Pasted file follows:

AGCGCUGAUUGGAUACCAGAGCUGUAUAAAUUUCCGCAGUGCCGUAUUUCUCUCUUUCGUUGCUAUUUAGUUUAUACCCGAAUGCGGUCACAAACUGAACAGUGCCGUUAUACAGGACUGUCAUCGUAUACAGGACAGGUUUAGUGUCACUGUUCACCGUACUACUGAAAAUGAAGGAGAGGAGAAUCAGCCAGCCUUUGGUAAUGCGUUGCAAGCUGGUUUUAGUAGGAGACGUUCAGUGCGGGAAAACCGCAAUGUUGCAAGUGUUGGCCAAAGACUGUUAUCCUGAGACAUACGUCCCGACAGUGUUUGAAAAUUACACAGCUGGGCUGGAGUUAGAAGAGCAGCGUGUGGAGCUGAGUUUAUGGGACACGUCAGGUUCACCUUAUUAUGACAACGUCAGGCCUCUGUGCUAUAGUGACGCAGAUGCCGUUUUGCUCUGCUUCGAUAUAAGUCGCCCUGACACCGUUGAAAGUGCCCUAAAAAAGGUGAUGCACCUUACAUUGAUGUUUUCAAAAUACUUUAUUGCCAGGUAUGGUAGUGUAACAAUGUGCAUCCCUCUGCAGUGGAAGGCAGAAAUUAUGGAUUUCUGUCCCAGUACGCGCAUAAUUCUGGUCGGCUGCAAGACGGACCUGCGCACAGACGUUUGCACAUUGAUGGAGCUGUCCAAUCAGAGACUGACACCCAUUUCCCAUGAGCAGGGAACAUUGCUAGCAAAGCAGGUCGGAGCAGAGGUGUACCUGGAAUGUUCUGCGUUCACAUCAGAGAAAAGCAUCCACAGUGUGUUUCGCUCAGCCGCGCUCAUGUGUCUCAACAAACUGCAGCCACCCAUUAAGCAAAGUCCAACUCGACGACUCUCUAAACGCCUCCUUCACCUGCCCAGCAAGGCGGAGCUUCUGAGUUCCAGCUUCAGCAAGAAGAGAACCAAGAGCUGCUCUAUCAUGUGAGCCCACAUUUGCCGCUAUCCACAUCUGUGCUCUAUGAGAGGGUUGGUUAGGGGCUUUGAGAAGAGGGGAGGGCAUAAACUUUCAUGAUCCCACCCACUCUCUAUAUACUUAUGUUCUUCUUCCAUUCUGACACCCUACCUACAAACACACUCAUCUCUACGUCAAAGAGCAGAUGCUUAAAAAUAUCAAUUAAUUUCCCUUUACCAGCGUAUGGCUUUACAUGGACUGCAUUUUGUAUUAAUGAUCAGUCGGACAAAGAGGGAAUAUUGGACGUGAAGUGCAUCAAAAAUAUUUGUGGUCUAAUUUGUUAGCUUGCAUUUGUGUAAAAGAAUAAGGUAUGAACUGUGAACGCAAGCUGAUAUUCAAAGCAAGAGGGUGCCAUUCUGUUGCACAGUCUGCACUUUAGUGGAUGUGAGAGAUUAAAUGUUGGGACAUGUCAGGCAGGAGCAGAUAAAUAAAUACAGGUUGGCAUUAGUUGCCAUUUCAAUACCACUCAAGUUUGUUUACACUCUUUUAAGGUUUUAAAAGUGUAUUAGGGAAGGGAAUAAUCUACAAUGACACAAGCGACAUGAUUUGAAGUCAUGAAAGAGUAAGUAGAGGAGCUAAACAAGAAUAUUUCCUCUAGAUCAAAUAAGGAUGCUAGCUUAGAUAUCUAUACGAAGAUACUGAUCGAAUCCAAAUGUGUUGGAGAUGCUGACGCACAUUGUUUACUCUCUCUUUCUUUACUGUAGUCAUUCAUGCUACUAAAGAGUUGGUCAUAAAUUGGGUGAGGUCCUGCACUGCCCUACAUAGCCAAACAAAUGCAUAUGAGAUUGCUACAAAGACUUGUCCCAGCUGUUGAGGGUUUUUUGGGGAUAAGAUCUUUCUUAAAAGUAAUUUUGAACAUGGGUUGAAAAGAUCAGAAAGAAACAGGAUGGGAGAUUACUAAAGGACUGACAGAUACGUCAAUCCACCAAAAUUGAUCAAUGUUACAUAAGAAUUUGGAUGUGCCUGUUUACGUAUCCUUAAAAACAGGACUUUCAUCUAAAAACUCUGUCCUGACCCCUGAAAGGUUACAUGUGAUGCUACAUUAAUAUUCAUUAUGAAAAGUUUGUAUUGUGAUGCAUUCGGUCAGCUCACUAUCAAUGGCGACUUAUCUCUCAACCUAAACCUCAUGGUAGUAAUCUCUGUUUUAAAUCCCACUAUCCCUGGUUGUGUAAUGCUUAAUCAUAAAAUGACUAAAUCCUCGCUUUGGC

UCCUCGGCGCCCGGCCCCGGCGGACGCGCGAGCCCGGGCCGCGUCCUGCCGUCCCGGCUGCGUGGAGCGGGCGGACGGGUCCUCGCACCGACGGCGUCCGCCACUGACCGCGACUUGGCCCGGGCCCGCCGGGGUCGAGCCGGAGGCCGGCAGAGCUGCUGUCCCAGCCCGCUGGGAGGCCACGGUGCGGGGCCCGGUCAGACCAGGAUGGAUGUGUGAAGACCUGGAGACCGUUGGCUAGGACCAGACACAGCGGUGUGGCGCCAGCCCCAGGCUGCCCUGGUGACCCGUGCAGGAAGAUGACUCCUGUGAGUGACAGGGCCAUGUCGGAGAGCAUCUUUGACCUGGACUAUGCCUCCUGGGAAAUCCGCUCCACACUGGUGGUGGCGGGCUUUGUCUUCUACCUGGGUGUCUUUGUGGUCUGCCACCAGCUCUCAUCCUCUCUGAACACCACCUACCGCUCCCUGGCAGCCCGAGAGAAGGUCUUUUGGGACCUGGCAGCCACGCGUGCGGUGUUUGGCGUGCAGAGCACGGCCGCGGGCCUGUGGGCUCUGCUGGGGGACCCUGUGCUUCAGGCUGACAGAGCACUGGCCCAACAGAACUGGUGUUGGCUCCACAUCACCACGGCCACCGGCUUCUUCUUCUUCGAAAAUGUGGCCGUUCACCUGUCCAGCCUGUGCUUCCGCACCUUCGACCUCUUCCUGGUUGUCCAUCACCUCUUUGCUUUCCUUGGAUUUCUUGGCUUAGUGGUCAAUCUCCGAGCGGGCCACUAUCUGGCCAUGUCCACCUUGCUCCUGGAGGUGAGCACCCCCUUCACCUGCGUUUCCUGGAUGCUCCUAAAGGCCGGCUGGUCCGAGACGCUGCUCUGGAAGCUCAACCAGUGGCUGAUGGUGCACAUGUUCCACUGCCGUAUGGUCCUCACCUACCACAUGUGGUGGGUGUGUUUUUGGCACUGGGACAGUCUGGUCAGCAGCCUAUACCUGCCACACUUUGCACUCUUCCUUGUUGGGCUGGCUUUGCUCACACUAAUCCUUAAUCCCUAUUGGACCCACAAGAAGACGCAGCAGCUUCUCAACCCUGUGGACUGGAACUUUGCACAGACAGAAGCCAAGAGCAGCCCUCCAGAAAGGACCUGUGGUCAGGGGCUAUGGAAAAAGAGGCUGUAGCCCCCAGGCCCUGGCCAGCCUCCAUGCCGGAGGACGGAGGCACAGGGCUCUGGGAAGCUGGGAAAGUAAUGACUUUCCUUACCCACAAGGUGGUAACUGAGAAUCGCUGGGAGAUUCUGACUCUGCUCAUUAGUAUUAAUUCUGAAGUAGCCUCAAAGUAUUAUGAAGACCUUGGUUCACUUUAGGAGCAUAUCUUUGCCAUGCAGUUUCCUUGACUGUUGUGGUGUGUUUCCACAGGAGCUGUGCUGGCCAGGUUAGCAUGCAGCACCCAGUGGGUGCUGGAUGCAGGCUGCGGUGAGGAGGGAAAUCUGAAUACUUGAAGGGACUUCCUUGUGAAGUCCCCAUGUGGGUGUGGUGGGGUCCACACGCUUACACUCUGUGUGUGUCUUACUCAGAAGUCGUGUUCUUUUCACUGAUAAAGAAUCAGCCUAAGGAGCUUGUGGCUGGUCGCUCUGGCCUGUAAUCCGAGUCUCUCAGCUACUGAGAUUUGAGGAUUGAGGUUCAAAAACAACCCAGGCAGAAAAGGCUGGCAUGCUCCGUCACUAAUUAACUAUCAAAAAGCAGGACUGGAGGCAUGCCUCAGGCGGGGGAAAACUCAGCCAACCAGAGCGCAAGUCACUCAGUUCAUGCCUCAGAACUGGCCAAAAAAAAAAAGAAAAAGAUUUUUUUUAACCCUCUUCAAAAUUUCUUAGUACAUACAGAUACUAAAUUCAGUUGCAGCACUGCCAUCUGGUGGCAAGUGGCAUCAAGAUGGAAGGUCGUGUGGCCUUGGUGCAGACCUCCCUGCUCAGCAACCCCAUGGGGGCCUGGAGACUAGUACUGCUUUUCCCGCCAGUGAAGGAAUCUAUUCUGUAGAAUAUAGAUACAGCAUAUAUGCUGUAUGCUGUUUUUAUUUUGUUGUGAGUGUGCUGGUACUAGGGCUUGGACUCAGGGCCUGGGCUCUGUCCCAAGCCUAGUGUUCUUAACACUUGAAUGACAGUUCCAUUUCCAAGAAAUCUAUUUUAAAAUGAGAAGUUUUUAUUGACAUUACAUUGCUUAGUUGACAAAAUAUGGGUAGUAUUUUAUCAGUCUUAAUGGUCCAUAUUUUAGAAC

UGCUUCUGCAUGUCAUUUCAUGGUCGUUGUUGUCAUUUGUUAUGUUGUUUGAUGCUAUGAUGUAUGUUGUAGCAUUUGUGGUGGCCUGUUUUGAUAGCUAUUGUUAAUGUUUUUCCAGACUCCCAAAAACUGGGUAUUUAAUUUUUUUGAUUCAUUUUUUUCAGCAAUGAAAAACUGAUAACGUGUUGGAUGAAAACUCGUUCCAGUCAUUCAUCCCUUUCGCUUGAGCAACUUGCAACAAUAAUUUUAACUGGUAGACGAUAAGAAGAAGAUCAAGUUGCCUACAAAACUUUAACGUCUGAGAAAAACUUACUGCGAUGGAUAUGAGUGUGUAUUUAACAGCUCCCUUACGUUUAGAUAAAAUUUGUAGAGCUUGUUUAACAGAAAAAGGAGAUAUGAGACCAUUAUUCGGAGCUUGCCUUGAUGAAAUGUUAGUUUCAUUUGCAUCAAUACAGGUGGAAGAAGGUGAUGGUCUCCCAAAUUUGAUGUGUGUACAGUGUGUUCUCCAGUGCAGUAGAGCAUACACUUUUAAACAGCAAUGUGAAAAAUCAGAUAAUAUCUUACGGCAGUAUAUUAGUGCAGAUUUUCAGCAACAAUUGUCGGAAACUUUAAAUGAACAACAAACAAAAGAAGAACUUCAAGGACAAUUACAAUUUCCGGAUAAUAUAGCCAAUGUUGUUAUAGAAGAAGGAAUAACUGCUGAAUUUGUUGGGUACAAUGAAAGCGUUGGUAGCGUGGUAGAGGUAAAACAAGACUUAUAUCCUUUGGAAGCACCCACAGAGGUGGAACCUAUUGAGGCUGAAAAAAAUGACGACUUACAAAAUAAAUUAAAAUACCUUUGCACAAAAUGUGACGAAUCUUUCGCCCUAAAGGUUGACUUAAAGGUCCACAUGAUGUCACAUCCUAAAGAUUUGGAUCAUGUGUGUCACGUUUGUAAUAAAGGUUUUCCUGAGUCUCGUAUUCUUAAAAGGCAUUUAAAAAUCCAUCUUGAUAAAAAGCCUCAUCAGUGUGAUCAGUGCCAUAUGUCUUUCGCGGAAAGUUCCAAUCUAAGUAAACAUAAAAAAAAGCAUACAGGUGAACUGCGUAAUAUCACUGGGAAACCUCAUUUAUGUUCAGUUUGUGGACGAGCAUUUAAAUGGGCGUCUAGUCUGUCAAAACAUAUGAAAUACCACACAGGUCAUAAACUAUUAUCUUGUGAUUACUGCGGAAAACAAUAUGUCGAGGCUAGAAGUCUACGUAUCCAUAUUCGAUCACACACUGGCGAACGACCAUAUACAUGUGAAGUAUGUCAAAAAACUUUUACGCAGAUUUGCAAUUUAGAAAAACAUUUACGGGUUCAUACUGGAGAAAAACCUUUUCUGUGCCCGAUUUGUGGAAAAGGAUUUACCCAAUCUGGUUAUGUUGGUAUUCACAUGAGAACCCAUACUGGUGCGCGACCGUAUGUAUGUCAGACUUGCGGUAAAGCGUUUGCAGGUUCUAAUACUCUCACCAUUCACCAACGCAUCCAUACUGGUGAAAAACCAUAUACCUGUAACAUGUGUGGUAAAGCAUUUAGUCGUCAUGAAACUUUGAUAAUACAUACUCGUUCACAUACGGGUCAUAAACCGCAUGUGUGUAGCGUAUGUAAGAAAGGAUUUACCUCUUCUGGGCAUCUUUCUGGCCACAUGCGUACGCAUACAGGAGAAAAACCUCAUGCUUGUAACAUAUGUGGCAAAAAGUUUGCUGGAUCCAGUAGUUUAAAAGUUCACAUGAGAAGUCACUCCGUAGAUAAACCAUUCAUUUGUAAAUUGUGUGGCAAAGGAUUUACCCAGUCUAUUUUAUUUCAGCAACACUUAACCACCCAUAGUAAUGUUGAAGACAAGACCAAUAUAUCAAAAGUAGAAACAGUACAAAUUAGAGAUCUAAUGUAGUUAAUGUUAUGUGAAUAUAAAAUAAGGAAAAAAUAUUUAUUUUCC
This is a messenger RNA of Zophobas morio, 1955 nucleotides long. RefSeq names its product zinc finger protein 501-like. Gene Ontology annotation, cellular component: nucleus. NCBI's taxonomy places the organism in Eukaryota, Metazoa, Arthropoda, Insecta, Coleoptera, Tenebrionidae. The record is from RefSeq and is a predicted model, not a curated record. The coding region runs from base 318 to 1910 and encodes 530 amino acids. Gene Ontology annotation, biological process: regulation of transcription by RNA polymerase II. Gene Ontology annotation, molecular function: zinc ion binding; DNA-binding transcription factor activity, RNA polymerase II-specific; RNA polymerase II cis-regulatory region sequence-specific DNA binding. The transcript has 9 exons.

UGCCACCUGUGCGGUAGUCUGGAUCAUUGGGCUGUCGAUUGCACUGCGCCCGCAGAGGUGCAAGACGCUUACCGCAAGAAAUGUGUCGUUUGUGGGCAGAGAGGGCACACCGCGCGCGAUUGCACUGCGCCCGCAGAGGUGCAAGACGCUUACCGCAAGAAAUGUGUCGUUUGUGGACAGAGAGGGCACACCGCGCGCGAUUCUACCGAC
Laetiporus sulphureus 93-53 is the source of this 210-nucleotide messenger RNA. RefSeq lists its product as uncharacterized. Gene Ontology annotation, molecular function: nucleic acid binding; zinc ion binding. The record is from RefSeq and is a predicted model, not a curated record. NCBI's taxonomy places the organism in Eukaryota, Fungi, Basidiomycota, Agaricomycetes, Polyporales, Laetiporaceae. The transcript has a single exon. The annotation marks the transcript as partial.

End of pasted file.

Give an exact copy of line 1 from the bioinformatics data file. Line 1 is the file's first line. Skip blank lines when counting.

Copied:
AGCGCUGAUUGGAUACCAGAGCUGUAUAAAUUUCCGCAGUGCCGUAUUUCUCUCUUUCGUUGCUAUUUAGUUUAUACCCGAAUGCGGUCACAAACUGAACAGUGCCGUUAUACAGGACUGUCAUCGUAUACAGGACAGGUUUAGUGUCACUGUUCACCGUACUACUGAAAAUGAAGGAGAGGAGAAUCAGCCAGCCUUUGGUAAUGCGUUGCAAGCUGGUUUUAGUAGGAGACGUUCAGUGCGGGAAAACCGCAAUGUUGCAAGUGUUGGCCAAAGACUGUUAUCCUGAGACAUACGUCCCGACAGUGUUUGAAAAUUACACAGCUGGGCUGGAGUUAGAAGAGCAGCGUGUGGAGCUGAGUUUAUGGGACACGUCAGGUUCACCUUAUUAUGACAACGUCAGGCCUCUGUGCUAUAGUGACGCAGAUGCCGUUUUGCUCUGCUUCGAUAUAAGUCGCCCUGACACCGUUGAAAGUGCCCUAAAAAAGGUGAUGCACCUUACAUUGAUGUUUUCAAAAUACUUUAUUGCCAGGUAUGGUAGUGUAACAAUGUGCAUCCCUCUGCAGUGGAAGGCAGAAAUUAUGGAUUUCUGUCCCAGUACGCGCAUAAUUCUGGUCGGCUGCAAGACGGACCUGCGCACAGACGUUUGCACAUUGAUGGAGCUGUCCAAUCAGAGACUGACACCCAUUUCCCAUGAGCAGGGAACAUUGCUAGCAAAGCAGGUCGGAGCAGAGGUGUACCUGGAAUGUUCUGCGUUCACAUCAGAGAAAAGCAUCCACAGUGUGUUUCGCUCAGCCGCGCUCAUGUGUCUCAACAAACUGCAGCCACCCAUUAAGCAAAGUCCAACUCGACGACUCUCUAAACGCCUCCUUCACCUGCCCAGCAAGGCGGAGCUUCUGAGUUCCAGCUUCAGCAAGAAGAGAACCAAGAGCUGCUCUAUCAUGUGAGCCCACAUUUGCCGCUAUCCACAUCUGUGCUCUAUGAGAGGGUUGGUUAGGGGCUUUGAGAAGAGGGGAGGGCAUAAACUUUCAUGAUCCCACCCACUCUCUAUAUACUUAUGUUCUUCUUCCAUUCUGACACCCUACCUACAAACACACUCAUCUCUACGUCAAAGAGCAGAUGCUUAAAAAUAUCAAUUAAUUUCCCUUUACCAGCGUAUGGCUUUACAUGGACUGCAUUUUGUAUUAAUGAUCAGUCGGACAAAGAGGGAAUAUUGGACGUGAAGUGCAUCAAAAAUAUUUGUGGUCUAAUUUGUUAGCUUGCAUUUGUGUAAAAGAAUAAGGUAUGAACUGUGAACGCAAGCUGAUAUUCAAAGCAAGAGGGUGCCAUUCUGUUGCACAGUCUGCACUUUAGUGGAUGUGAGAGAUUAAAUGUUGGGACAUGUCAGGCAGGAGCAGAUAAAUAAAUACAGGUUGGCAUUAGUUGCCAUUUCAAUACCACUCAAGUUUGUUUACACUCUUUUAAGGUUUUAAAAGUGUAUUAGGGAAGGGAAUAAUCUACAAUGACACAAGCGACAUGAUUUGAAGUCAUGAAAGAGUAAGUAGAGGAGCUAAACAAGAAUAUUUCCUCUAGAUCAAAUAAGGAUGCUAGCUUAGAUAUCUAUACGAAGAUACUGAUCGAAUCCAAAUGUGUUGGAGAUGCUGACGCACAUUGUUUACUCUCUCUUUCUUUACUGUAGUCAUUCAUGCUACUAAAGAGUUGGUCAUAAAUUGGGUGAGGUCCUGCACUGCCCUACAUAGCCAAACAAAUGCAUAUGAGAUUGCUACAAAGACUUGUCCCAGCUGUUGAGGGUUUUUUGGGGAUAAGAUCUUUCUUAAAAGUAAUUUUGAACAUGGGUUGAAAAGAUCAGAAAGAAACAGGAUGGGAGAUUACUAAAGGACUGACAGAUACGUCAAUCCACCAAAAUUGAUCAAUGUUACAUAAGAAUUUGGAUGUGCCUGUUUACGUAUCCUUAAAAACAGGACUUUCAUCUAAAAACUCUGUCCUGACCCCUGAAAGGUUACAUGUGAUGCUACAUUAAUAUUCAUUAUGAAAAGUUUGUAUUGUGAUGCAUUCGGUCAGCUCACUAUCAAUGGCGACUUAUCUCUCAACCUAAACCUCAUGGUAGUAAUCUCUGUUUUAAAUCCCACUAUCCCUGGUUGUGUAAUGCUUAAUCAUAAAAUGACUAAAUCCUCGCUUUGGC